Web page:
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Checking the facts on the FACT Act

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Vinny Sidhu
Legal Intern, Manhattan Institute's Center for Legal Policy

In the June 30th letters to the editor section of the New York Times, Lisa A. Rickard, president of the U.S. Chamber of Commerce's Institute for Legal Reform, made her feelings clear about a June 19th editorial entitled "One-Sided Bill on Asbestos Injuries":

There is plain evidence that fraud and abuse already exist in the trusts set up by companies to pay asbestos claims.

A 2012 House Judiciary Committee report detailed highly questionable claims, citing numerous examples. In March, The Wall Street Journal chronicled thousands of highly questionable trust claims in a major front-page article.

The Furthering Asbestos Claim Transparency Act simply requires the trusts to make public information that they already collect about who has made claims against what trusts. And we believe that it places zero burden on claimants.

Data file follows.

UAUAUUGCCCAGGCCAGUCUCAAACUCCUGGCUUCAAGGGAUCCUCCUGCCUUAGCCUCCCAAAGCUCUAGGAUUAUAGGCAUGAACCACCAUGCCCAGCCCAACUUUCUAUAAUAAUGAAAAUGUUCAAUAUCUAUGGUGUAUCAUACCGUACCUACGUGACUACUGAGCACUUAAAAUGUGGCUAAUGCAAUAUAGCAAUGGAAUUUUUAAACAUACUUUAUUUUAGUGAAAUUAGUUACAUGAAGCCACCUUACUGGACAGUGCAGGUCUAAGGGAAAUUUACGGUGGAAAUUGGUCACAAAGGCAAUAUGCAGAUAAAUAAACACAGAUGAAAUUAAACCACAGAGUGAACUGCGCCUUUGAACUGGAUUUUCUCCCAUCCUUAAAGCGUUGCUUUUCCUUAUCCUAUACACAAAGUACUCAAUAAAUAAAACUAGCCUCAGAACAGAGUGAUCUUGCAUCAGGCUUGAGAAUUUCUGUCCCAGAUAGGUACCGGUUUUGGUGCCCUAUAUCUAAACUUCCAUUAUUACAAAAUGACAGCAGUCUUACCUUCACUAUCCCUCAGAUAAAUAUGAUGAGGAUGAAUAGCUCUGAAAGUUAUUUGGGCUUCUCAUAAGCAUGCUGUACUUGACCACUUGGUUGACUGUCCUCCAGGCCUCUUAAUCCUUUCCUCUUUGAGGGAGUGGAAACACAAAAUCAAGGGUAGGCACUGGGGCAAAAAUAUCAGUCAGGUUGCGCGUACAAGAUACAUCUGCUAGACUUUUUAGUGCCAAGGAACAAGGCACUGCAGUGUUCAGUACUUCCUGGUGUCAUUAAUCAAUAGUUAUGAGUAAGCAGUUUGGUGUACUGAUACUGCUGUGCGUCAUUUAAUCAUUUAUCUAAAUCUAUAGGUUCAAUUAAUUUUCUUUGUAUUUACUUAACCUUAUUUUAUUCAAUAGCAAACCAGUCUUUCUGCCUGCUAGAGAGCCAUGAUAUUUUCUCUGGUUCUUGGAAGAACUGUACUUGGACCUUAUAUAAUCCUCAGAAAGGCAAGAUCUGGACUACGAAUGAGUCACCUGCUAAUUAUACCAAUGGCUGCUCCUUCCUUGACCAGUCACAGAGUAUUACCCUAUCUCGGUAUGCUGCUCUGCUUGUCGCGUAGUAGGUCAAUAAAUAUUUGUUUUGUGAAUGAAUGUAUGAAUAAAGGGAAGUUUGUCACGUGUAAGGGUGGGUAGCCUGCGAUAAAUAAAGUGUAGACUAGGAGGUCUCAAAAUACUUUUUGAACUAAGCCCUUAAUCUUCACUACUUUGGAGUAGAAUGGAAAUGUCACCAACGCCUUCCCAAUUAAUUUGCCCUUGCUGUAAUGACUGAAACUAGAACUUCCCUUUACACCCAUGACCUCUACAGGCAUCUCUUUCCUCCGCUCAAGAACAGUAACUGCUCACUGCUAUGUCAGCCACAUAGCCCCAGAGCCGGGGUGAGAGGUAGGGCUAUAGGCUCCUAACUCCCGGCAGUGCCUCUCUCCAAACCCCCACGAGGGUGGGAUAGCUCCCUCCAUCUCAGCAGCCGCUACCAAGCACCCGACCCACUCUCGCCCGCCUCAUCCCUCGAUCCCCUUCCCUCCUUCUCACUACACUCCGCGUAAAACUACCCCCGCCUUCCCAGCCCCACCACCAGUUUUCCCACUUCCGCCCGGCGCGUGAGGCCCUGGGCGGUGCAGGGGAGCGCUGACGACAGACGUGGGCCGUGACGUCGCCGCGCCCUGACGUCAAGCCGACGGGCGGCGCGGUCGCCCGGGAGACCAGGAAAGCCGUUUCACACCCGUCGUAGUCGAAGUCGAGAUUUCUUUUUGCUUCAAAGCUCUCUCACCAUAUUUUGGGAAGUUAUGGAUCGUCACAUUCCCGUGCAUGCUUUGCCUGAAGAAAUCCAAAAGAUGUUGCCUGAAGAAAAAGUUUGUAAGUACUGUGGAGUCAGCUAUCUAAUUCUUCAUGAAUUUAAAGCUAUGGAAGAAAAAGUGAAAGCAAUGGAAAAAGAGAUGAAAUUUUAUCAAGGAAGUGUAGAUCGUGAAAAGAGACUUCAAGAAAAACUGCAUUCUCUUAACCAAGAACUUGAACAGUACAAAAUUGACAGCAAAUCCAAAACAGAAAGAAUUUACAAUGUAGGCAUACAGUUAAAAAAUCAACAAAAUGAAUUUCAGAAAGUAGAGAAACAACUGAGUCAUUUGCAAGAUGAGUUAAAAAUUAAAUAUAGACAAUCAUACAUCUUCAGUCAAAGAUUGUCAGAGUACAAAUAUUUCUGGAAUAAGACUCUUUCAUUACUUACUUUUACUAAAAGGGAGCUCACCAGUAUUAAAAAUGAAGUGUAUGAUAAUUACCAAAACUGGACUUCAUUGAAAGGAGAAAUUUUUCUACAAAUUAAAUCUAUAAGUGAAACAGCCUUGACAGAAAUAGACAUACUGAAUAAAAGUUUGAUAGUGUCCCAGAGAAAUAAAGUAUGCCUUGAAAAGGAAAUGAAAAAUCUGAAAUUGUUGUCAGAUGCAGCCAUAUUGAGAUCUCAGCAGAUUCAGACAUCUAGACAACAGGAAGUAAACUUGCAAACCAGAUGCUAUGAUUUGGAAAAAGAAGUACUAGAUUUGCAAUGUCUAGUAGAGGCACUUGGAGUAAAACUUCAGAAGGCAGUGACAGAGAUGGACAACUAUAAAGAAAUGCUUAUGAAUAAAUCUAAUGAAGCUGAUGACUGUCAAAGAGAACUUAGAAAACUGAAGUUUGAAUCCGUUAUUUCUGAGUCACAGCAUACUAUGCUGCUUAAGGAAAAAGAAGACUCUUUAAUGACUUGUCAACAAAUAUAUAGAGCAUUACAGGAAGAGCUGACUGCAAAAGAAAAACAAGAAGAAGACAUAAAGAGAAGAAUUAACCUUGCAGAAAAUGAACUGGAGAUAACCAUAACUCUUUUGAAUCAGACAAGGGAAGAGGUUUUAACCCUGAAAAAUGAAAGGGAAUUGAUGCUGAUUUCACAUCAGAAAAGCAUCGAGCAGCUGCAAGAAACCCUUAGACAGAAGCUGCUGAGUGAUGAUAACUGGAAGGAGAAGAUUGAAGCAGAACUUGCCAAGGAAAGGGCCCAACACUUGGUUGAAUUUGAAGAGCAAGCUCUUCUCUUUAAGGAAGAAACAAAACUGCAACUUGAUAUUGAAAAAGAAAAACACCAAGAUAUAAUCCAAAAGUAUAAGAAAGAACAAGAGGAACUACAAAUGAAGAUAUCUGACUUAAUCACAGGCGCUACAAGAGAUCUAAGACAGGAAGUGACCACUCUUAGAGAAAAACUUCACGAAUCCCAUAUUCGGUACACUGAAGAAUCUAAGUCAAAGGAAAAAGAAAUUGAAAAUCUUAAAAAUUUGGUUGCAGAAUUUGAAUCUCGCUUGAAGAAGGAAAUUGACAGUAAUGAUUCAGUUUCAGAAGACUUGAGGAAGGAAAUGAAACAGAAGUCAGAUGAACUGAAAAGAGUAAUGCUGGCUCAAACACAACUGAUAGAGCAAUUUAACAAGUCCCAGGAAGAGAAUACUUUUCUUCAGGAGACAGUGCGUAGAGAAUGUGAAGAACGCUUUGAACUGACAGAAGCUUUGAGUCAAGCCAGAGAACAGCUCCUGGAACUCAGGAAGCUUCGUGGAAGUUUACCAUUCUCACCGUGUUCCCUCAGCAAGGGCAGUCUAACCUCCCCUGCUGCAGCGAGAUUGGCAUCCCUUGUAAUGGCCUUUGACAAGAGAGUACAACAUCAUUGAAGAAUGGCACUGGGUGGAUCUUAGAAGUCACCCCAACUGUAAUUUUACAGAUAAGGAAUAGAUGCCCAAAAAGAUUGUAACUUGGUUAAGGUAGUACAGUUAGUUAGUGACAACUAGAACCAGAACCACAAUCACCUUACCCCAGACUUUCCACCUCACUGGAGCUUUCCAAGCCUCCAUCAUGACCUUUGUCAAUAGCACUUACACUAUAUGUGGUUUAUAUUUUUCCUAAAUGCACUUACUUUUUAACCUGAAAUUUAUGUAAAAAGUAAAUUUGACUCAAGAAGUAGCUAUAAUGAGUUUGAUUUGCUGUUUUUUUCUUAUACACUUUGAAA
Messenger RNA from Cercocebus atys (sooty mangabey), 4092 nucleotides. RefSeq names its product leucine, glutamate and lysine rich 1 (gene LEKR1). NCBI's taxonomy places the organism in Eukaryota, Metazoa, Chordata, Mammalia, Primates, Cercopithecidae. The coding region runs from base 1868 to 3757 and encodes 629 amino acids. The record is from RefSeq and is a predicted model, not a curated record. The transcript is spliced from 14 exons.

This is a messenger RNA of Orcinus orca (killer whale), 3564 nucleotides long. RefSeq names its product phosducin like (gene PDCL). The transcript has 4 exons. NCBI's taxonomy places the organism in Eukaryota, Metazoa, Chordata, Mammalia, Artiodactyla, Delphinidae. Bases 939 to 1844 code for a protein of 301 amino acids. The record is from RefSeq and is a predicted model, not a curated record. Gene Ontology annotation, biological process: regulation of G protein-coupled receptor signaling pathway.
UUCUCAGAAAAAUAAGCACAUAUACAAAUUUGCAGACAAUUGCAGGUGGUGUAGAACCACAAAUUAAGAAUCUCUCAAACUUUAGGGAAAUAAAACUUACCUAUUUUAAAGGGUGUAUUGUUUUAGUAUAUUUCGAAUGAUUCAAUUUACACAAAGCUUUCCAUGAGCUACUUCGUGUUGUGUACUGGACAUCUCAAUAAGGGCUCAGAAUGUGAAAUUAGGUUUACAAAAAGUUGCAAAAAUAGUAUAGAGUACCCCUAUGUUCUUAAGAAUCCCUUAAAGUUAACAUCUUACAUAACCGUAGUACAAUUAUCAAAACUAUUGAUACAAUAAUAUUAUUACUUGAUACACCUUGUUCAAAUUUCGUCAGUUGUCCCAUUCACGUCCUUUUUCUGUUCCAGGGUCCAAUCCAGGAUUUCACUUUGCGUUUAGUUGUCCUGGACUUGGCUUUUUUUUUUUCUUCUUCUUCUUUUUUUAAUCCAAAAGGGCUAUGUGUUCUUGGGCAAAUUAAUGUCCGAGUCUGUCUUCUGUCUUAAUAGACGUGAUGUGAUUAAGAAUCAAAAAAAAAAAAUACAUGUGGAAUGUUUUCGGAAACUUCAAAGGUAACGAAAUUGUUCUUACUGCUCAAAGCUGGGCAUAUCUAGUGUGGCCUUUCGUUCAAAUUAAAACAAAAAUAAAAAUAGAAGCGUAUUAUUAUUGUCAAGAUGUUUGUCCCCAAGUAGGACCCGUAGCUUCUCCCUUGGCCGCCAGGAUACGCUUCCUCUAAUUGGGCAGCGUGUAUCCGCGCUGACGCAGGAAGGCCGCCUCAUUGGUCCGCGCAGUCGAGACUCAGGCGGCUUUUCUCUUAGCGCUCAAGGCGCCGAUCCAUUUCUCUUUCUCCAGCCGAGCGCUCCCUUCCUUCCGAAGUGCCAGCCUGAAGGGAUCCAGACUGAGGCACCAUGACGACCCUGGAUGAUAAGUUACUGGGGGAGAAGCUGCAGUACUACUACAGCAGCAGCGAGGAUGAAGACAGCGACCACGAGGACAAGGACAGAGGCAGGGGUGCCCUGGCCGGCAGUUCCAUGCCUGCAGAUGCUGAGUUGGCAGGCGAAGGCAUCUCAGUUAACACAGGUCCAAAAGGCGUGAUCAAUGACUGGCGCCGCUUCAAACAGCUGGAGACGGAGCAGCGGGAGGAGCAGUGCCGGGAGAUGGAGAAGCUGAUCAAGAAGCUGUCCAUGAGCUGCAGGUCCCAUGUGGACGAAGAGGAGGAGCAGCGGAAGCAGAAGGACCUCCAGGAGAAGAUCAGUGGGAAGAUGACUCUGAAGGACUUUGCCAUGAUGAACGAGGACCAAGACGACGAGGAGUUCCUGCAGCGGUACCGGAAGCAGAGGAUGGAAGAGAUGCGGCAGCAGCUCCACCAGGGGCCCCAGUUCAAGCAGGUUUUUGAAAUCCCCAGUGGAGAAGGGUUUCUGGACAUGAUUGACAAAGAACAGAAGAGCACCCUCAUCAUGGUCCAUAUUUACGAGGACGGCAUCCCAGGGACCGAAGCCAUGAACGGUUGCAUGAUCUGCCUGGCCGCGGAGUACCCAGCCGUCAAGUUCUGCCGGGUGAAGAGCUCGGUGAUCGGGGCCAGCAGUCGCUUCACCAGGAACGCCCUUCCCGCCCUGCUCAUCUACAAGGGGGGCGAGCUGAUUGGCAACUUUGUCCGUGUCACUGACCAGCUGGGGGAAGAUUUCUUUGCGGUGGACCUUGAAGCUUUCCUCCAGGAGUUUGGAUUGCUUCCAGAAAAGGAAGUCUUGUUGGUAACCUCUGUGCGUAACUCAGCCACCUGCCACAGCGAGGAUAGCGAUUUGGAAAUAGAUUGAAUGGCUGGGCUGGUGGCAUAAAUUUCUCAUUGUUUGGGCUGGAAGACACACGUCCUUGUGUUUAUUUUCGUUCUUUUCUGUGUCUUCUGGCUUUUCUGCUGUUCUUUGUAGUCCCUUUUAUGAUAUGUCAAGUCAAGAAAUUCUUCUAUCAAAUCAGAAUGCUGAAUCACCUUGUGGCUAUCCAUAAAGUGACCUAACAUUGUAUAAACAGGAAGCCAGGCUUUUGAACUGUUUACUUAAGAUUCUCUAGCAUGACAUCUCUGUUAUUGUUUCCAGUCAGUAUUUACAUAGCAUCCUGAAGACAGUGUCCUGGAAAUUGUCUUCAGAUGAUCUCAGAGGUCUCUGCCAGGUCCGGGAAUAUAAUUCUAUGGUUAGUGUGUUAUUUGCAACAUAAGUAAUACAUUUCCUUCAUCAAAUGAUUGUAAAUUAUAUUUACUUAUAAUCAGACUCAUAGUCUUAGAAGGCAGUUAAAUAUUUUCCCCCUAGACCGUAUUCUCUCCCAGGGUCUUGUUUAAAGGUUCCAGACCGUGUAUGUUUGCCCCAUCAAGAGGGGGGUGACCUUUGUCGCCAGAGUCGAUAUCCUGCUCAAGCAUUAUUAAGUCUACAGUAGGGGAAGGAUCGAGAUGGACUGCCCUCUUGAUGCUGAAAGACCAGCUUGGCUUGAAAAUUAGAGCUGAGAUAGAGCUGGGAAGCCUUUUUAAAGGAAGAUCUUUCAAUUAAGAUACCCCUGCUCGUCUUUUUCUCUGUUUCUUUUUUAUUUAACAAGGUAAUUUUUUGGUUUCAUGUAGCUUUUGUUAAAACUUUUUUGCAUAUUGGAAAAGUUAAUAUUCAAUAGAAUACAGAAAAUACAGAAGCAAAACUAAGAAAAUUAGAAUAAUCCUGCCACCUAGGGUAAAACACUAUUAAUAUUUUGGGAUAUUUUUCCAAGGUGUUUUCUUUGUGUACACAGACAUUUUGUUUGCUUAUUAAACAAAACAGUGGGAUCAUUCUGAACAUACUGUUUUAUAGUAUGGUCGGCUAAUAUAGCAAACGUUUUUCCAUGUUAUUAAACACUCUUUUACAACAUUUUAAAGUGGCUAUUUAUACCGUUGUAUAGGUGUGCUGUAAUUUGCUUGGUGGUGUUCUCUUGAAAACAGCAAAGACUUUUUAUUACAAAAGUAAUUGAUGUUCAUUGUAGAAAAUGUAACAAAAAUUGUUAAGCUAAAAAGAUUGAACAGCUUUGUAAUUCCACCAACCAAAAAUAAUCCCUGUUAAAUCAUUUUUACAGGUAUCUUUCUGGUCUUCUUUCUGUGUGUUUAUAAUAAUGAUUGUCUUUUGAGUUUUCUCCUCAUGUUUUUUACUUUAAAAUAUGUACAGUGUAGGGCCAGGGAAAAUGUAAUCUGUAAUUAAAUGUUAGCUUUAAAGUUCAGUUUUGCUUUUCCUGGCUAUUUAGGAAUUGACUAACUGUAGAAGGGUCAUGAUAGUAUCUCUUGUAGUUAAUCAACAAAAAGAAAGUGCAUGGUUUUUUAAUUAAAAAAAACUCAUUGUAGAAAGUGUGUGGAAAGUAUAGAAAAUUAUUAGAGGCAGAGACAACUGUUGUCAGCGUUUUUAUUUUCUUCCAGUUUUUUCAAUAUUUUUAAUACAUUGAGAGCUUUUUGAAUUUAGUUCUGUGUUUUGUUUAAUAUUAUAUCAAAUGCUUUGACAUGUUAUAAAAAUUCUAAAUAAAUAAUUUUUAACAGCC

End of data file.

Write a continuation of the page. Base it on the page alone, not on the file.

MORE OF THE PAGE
Most asbestos trusts have recently lowered their payouts to claimants because they are running out of money because of increased claims. Those who are indeed pro-claimant should support legislation that will ensure money for legitimate future claimants. Those defending the status quo are really supporting the current cash machine system that primarily enriches plaintiffs' lawyers.

Before concluding that a bill is "one-sided," the NYT may find it prudent to scrutinize the compendium of information available on both sides of the issue to ensure they are not advocating against the interests of the very claimants they profess to be protecting.

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Rafael Mangual
Project Manager,
Legal Policy

Manhattan Institute


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The Manhattan Insitute's Center for Legal Policy.